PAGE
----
Scott Hanselman

A potential CAPTCHA Comment Spam Solution for dasBlog (and others) with no recompile or code changes

November 11, '04 Comments [10] Posted in ASP.NET | DasBlog
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I took Jeff Atwood's CAPTCHA example and added a new event called "UserValidationEvent"

Public Event UserValidationEvent As EventHandler

Then I raise the event at the VERY end of ValidateCaptcha I raise it:

RaiseEvent UserValidationEvent(Me, New EventArgs)

I made it a separate event because I want the CaptchaControl to integrate with my blogging software WITHOUT any code on the server side.  I didn't want to have to recompile dasBlog or check anything in the Page_Load.

I made the appropriate web.config changes as per Jeff's instructions, and I added the control to the CommentViewBox.ascx and put this code at the top:

<%@ Register TagPrefix="cc1" Namespace="WebControlCaptcha" Assembly="WebControlCaptcha" %>
<script Language="C#" Runat="Server">
  protected void Foo(object sender, System.EventArgs e)
  if (Page.IsPostBack == true && CaptchaControl1.UserValidated == false)

  protected void Page_Load(object sender, System.EventArgs e)
   //Ya, ya, I know I could have hooked this event up a number of ways
   // including AutoEventWireUp but I like this fine, and it feels
   // more explicit to moi.
   CaptchaControl1.UserValidationEvent += new EventHandler(Foo);

There are a few Font issues to work out...he has it setup with a number of "no-no" fonts, while I'd prefer a list of "allowed" fonts.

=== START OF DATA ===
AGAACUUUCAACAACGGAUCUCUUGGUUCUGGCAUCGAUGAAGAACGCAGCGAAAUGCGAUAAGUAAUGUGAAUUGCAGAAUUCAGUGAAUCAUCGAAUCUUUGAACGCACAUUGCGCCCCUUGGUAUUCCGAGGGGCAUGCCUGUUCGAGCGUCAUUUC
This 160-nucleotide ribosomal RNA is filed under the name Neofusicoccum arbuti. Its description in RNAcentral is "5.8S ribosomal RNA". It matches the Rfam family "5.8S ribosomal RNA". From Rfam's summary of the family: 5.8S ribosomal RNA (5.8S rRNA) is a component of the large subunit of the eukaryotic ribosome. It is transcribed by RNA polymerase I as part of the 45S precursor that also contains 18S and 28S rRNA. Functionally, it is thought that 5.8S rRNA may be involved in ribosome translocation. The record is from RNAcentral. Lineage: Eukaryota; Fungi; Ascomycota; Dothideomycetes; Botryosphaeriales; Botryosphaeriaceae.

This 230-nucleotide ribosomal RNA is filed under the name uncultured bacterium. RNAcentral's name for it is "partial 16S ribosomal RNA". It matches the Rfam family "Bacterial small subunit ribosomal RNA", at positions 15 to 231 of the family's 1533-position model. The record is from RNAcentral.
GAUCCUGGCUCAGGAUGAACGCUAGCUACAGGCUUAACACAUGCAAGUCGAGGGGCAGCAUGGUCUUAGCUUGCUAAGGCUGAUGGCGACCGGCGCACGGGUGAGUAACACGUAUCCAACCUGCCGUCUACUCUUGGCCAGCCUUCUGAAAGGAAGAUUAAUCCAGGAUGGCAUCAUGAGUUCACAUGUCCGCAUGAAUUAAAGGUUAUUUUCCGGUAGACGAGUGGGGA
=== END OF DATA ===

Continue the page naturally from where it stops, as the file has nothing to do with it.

About Scott

Scott Hanselman is a former professor, former Chief Architect in finance, now speaker, consultant, father, diabetic, and Microsoft employee. He is a failed stand-up comic, a cornrower, and a book author.

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Thursday, November 11, 2004 12:12:01 AM UTC
Fred Klezmer
Thursday, November 11, 2004 2:28:21 AM UTC

Thanks for the link. I'm glad to see people getting use out of the Captcha control-- it's a very effective technique, as it raises the bar so much higher for spammers.

I can fold in any improvements to the control on the CodeProject article. I agree a blacklist wasn't the wisest choice in terms of random font selection.. you can avoid random fonts by picking a single font (of your choice) as the .CaptchaFont.

My only regret is, I can't implement it on my own blog since I chose the PERL based Movable Type. :P
Thursday, November 11, 2004 2:30:05 AM UTC
Also, you probably want to increase the CaptchaTimeout to > 120 seconds (the default) or make it 0 (infinite).

Otherwise, anyone who takes longer than 120 seconds to compose a message is in for a.. uh.. surprise :P
Thursday, November 11, 2004 8:26:13 AM UTC
Next spam-wave will be the track-back spam...
I already have to fight with referral spam on my blog... It's really annoying!

Thursday, November 11, 2004 11:26:47 AM UTC
What about blind people? Has the ADA been appealed?

ringi at bigfoot dot com
Ian Ringrose
Thursday, November 11, 2004 3:20:49 PM UTC
Good stuff, but only half of a solution. Now what to do about manual spammers? :|
Thursday, November 11, 2004 4:28:06 PM UTC
Yes, the next step (almost done) is to dynamically generate a WAV file that reads the letters to the blind person.

As far as manual spammers, if they want to SPAM me THAT BADLY they can do ahead.
Scott Hanselman
Saturday, November 13, 2004 6:48:42 AM UTC
Thanks Scott! Working great for me now on my site.
Saturday, December 04, 2004 7:22:10 PM UTC
very cool. When do you have time to get your real work done when doing all these cool things? :)
Christian Duhard
Thursday, February 24, 2005 9:48:47 PM UTC
>>As far as manual spammers, if they want
>>to SPAM me THAT BADLY they can do ahead.

They will. Why? Not because they want Scott to buy **fill in the blank***. But, rather, because they want the improved search engine ranking that having the like from the comments section will provide.

or... maybe I'm wrong? Does dasBlog obuscate outgoing links from the comments section to prevent search engine coverage?
Rob McEwen
Comments are closed.

Disclaimer: The opinions expressed herein are my own personal opinions and do not represent my employer's view in any way.